Keywords: Inflammation, lichenoid dysplasia, lichenoid mucositis, neoplastic processes, oral epithelial dysplasia, oral lichen planus, precancerous conditions

How to cite this article: Lin I, Laronde DM, Zhang L, Rosin MP, Marshall EA, Rock LD. Lichenoid dysplasia – a historical overview and current debates. J Oral Dis Markers 2019;3:4-8.

Received: 28 March 2019;

Accepted: 14 April 2019


Tiago Novaes Pinheiro, Ana Paula Ferreira de Souza, Carlos Eduardo Bacchi, Alberto Consolaro

Dentinogenic ghost cell tumor: A bibliometric review of literature

[Year:2019] [Month:January-December] [Volume:3 ] [Number:1] [Pages No:9-17]


Dentinogenic ghost cell tumors (DGCTs) are uncommon neoplasms classified as a solid variant of the calcifying odontogenic cyst and defined as a locally invasive neoplasm. It can occur in two forms: Intraosseous (central) and extraosseous (peripheral). The objective of the present article was to present a bibliometric review of the published cases of central and peripheral variants of the DGCTs, with emphasis on their epidemiology, biological behavior, and immunohistochemical profile. The present review includes published cases of DGCTs collected through PubMed and ScienceDirect databases. Each of the included cases was analyzed for patient demographics, lesional site, and size, the immunohistochemical profile, nature of progression, recurrence, and follow-up. Of the 57 included cases, 65% involved Asian population. The average age of the cases was 45.33 years (standard deviation [SD] 21.07; range 7–82 years). About 68% of cases were central DGCTs and 32% represented the peripheral variant. There was a strong male predilection (68%). The average time of progression was 14 months (SD, 21.45 months). The most common location was the mandible (60%). The overall recurrence rate was 33% for the central DGCTs, while there was no recurrence reported in the peripheral variant. The present review provides an update on the epidemiology, morphological, and biomolecular characteristics of the published cases of DGCTs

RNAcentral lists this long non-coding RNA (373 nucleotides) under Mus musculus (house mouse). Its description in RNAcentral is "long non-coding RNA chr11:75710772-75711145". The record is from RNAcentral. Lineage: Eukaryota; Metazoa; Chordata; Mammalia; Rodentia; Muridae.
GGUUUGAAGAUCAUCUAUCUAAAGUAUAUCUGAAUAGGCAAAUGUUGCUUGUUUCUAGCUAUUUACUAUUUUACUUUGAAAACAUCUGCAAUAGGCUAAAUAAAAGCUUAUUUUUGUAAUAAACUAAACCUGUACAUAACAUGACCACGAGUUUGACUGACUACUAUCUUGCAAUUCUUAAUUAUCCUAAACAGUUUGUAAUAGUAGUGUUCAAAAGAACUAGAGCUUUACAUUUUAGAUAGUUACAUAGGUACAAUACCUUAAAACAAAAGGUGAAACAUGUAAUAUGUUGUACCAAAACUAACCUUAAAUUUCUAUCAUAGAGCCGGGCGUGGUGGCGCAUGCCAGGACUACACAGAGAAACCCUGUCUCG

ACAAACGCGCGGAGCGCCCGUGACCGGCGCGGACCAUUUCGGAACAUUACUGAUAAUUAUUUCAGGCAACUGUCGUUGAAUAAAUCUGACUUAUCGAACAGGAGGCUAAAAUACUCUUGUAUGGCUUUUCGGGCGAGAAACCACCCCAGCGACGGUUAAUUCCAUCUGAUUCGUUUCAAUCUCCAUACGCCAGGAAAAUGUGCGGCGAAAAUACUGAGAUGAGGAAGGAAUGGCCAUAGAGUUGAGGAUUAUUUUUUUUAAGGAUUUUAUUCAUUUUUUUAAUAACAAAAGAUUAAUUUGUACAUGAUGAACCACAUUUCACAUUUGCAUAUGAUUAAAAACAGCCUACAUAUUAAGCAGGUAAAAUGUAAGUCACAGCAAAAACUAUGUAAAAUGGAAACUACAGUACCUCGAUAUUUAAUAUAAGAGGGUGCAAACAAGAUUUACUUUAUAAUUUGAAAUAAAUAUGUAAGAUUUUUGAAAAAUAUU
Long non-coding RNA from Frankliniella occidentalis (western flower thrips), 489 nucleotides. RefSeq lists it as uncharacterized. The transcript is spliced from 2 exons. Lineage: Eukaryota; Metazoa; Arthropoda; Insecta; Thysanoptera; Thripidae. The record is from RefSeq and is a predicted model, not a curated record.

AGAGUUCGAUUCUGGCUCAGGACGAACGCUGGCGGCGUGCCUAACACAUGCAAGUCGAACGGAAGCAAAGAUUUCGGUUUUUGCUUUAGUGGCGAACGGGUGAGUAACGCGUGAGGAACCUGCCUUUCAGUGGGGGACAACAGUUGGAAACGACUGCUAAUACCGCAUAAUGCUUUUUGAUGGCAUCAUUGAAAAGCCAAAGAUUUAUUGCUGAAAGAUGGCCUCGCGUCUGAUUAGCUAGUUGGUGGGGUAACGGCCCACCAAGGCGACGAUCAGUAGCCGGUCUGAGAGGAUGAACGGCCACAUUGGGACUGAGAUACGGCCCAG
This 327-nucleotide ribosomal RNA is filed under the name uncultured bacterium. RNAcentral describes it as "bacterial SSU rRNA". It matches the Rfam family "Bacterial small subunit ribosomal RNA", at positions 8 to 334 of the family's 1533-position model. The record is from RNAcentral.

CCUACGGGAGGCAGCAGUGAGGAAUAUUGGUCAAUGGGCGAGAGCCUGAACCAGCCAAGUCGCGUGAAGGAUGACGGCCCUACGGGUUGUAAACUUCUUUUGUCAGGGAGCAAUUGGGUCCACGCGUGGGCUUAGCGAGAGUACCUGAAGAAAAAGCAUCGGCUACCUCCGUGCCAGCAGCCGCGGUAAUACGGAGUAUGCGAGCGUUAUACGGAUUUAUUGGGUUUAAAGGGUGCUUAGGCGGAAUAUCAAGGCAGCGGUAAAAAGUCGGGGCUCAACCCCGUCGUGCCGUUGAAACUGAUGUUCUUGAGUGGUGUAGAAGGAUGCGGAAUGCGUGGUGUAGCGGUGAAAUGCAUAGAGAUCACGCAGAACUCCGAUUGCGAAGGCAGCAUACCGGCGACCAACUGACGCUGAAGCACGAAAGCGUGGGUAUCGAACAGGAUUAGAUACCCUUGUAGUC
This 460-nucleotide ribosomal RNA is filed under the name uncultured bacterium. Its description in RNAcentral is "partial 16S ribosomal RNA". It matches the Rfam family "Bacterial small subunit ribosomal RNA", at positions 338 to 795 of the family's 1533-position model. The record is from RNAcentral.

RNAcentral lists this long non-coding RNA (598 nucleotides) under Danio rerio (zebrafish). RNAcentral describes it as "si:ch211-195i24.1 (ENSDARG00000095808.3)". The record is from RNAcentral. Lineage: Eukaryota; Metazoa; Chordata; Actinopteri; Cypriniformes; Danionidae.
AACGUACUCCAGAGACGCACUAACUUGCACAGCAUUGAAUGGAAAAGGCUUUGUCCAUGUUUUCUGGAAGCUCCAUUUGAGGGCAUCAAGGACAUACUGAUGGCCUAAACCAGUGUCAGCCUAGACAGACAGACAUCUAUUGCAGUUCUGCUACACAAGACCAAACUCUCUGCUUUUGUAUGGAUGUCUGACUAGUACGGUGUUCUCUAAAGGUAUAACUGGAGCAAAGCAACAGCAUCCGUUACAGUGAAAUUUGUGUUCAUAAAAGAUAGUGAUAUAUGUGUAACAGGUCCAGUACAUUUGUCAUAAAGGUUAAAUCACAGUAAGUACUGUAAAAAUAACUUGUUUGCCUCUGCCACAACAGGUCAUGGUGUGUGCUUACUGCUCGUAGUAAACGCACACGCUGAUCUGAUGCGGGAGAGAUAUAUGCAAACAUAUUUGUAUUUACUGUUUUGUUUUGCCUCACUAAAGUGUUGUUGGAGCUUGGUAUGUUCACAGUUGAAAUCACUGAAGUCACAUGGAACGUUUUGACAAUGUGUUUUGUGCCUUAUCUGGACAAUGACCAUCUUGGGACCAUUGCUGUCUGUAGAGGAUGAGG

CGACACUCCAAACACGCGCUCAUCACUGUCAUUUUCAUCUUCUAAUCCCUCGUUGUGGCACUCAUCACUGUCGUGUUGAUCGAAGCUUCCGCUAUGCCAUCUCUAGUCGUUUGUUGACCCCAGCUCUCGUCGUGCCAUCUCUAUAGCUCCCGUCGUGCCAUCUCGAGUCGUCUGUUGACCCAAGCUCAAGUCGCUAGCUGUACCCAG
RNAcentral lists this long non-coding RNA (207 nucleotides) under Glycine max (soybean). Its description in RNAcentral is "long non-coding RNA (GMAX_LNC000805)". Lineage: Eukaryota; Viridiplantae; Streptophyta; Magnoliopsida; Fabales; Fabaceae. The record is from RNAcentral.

Keywords: Calcifying ghost cell odontogenic tumor, calcifying odontogenic cyst, dentinogenic ghost cell tumor

How to cite this article: Pinheiro TN, de Souza APF, Bacchi CE, Consolaro A. Dentinogenic ghost cell tumor: A bibliometric review of literature. J Oral Dis Markers 2019;3(1):9-17.

Received: May 21 2019;

Accepted: July 10 2019


Archana A. Gupta, Mamatha Reddy, Supriya Kheur

Assessing the gustatory threshold and salivary flow rate in very early oral submucous fibrosis

[Year:2019] [Month:January-December] [Volume:3 ] [Number:1] [Pages No:18-21]